Britain’s heir-to-the-throne Prince Charles and Prince William took center stage at the opening of parliament on Tuesday, replacing the 96-year-old Queen Elizabeth who missed the grand set-piece event for the first time in almost six decades. With the Queen forced to withdraw on Monday due to a recurrence of mobility issues, 73-year-old Charles arrived at the Palace of Westminster to read out the government’s legislative agenda.
The state opening of parliament was the most public and formal manifestation yet of “Operation Transition”, which has been quietly going on inside Buckingham Palace for several years. For the first time in two centuries, an heir to the throne read aloud the words compiled by the government at this most ceremonial of spectacles. Charles, who had attended the opening of parliament alongside his mother in recent years, started reading out each bill by saying: “Her majesty’s government will….”
Charles, in Admiral of the Fleet uniform rather than the robes of state, the imperial state crown representative of sovereign placed on a table in front of where the Queen’s throne would have been, was there as a counsellor of state. Flanked by the Duchess of Cornwall and the Duke of Cambridge, he was instructed by his mother through Letters Patent, to perform this role and for this day only. The Queen, meanwhile, was understood to be watching on TV from Windsor Castle.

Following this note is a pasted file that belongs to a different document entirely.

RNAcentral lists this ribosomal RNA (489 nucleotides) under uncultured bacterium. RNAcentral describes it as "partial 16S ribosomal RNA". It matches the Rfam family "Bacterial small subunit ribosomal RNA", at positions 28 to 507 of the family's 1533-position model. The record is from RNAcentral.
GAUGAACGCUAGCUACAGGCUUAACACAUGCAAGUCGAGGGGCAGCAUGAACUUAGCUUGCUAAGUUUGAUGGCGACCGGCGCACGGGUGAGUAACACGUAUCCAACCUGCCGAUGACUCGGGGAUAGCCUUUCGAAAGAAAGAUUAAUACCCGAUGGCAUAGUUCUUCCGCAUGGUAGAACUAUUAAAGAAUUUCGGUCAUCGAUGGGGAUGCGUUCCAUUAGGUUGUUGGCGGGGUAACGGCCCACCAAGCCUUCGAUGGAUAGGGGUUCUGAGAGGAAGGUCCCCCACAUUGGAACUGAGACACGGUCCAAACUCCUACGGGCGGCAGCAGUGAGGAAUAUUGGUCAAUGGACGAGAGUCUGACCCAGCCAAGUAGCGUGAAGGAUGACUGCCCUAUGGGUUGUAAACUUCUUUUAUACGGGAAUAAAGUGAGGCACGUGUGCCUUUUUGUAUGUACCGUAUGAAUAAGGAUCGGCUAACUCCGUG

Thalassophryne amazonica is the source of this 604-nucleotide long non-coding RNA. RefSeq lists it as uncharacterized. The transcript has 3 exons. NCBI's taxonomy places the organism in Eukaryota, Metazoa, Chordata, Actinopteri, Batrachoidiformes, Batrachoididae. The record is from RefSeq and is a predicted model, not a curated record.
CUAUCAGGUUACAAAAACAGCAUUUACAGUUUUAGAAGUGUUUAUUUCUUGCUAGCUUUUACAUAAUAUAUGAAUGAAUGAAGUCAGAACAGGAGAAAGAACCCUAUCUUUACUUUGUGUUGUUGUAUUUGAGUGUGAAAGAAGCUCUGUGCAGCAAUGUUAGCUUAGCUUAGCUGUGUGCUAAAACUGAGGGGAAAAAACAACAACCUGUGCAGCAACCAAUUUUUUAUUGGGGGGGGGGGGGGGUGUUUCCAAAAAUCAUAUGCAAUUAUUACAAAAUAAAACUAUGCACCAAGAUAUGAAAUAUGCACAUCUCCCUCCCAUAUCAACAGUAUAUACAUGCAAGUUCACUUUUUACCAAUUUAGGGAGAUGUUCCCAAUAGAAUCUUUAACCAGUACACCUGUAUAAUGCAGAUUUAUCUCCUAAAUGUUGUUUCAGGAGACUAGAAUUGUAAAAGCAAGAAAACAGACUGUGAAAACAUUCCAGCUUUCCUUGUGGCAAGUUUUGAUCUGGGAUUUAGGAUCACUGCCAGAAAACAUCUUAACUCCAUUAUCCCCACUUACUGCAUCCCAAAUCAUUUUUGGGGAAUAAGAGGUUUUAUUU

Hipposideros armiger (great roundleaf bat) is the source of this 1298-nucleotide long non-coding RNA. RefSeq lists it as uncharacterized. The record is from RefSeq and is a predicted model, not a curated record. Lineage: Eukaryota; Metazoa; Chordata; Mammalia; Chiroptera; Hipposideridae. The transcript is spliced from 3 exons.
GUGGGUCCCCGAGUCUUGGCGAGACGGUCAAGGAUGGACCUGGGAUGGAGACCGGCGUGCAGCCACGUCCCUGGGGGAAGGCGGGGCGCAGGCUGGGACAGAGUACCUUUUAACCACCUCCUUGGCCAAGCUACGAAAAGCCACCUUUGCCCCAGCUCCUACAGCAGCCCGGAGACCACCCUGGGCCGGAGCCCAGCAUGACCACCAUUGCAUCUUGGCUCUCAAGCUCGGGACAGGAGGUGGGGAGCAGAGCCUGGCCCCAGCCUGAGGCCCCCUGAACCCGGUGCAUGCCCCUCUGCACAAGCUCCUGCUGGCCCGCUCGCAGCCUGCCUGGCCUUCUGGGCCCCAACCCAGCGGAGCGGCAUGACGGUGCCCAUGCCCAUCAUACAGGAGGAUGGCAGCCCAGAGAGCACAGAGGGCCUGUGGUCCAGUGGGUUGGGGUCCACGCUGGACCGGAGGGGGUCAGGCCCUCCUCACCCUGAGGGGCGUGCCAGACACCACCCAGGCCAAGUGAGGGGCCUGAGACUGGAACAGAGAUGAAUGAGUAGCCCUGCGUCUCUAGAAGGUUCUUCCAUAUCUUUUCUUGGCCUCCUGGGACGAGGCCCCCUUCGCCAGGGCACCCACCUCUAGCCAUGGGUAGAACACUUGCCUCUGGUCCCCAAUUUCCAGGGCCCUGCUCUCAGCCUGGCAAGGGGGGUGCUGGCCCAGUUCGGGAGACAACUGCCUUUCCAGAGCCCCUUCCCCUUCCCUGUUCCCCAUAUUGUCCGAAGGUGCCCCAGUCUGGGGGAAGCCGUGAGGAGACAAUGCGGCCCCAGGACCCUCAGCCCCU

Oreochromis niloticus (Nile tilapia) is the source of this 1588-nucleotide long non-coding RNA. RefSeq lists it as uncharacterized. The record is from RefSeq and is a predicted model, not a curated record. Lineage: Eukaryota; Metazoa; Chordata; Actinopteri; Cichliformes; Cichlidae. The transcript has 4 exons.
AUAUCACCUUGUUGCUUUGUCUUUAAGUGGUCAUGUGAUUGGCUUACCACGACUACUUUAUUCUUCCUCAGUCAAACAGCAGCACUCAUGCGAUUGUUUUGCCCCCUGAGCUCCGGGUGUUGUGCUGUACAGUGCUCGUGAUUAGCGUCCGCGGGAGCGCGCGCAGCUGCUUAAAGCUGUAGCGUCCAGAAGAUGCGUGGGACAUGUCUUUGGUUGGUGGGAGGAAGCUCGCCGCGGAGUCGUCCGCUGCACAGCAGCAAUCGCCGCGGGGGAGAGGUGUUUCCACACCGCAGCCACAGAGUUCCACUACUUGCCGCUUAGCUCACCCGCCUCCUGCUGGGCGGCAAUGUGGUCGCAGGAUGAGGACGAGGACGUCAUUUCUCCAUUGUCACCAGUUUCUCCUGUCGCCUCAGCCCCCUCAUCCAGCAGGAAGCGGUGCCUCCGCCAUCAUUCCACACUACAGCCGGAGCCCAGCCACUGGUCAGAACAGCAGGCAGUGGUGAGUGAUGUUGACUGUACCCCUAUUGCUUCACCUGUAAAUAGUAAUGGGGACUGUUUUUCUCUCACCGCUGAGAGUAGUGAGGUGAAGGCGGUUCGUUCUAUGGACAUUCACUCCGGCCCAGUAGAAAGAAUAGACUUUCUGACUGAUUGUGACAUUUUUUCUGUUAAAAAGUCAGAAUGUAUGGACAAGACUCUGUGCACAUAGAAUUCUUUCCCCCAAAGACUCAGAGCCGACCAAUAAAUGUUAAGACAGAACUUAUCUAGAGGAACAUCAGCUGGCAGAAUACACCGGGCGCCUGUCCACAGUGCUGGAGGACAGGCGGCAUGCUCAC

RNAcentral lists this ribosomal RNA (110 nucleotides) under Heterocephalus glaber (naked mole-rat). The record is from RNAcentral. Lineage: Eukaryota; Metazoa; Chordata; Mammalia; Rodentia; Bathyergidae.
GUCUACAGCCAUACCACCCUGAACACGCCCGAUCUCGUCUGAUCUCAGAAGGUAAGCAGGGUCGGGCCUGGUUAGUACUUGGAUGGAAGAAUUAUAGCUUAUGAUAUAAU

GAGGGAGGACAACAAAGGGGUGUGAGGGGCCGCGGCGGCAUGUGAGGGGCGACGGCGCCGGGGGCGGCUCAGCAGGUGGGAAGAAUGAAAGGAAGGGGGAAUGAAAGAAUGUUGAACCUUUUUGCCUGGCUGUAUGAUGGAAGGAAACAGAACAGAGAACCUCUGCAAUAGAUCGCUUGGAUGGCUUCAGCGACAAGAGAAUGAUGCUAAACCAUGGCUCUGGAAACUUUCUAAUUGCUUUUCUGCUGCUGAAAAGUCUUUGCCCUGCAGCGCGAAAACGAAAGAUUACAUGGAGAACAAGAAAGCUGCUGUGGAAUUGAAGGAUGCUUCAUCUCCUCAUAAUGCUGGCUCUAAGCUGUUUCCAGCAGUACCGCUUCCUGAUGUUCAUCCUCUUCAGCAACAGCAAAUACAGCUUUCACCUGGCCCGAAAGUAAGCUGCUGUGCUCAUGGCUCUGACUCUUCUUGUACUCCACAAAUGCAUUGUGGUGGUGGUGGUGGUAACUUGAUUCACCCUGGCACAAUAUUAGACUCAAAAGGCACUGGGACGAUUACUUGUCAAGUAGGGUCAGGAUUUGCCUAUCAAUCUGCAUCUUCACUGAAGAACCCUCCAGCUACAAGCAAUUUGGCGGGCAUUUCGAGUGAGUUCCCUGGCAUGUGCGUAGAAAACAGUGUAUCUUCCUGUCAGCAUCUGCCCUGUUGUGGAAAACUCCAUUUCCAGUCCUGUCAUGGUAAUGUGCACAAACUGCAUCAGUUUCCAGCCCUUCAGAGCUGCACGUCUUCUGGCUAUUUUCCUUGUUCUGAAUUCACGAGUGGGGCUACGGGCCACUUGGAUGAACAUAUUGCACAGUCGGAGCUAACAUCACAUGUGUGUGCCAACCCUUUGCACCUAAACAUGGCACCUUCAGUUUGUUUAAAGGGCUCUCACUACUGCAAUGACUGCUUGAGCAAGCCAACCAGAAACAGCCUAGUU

A Queen’s speech without a queen
The Queen, the world’s oldest and longest-reigning monarch, has been absent from nearly all high-profile public events in recent months. She was forced to miss the speech due to a recurrence of mobility issues. The State Opening of Parliament is an event of huge pomp and pageantry which traditionally sees the Queen travelling to the assembly in a State Coach.
She is escorted by mounted soldiers in ceremonial uniform, while the Imperial State Crown and other regalia travel ahead in a carriage of their own. The ceremony, which occurs in spring or after a national election, embodies the centuries-old separation of power between the Crown, the elected House of Commons, the House of Lords and the judiciary.
The monarch dons the Robe of State before leading a procession to the upper chamber, where she formally opens a new session of parliament, reading a speech written by the government outlining its legislative plans. She reads the document in a formal and neutral tone to avoid any sense of approval or disapproval of the policies, an approach also taken by her son in the latest meeting.
Charles arrived using body language signals to suggest a desire to imply control and even leadership. There were some directional steering gestures to his wife and Black Rod on the way into the building and even some smiles of greeting, but he became more sombre and there were some undeniable signs of nerves as he took the walk to the throne room.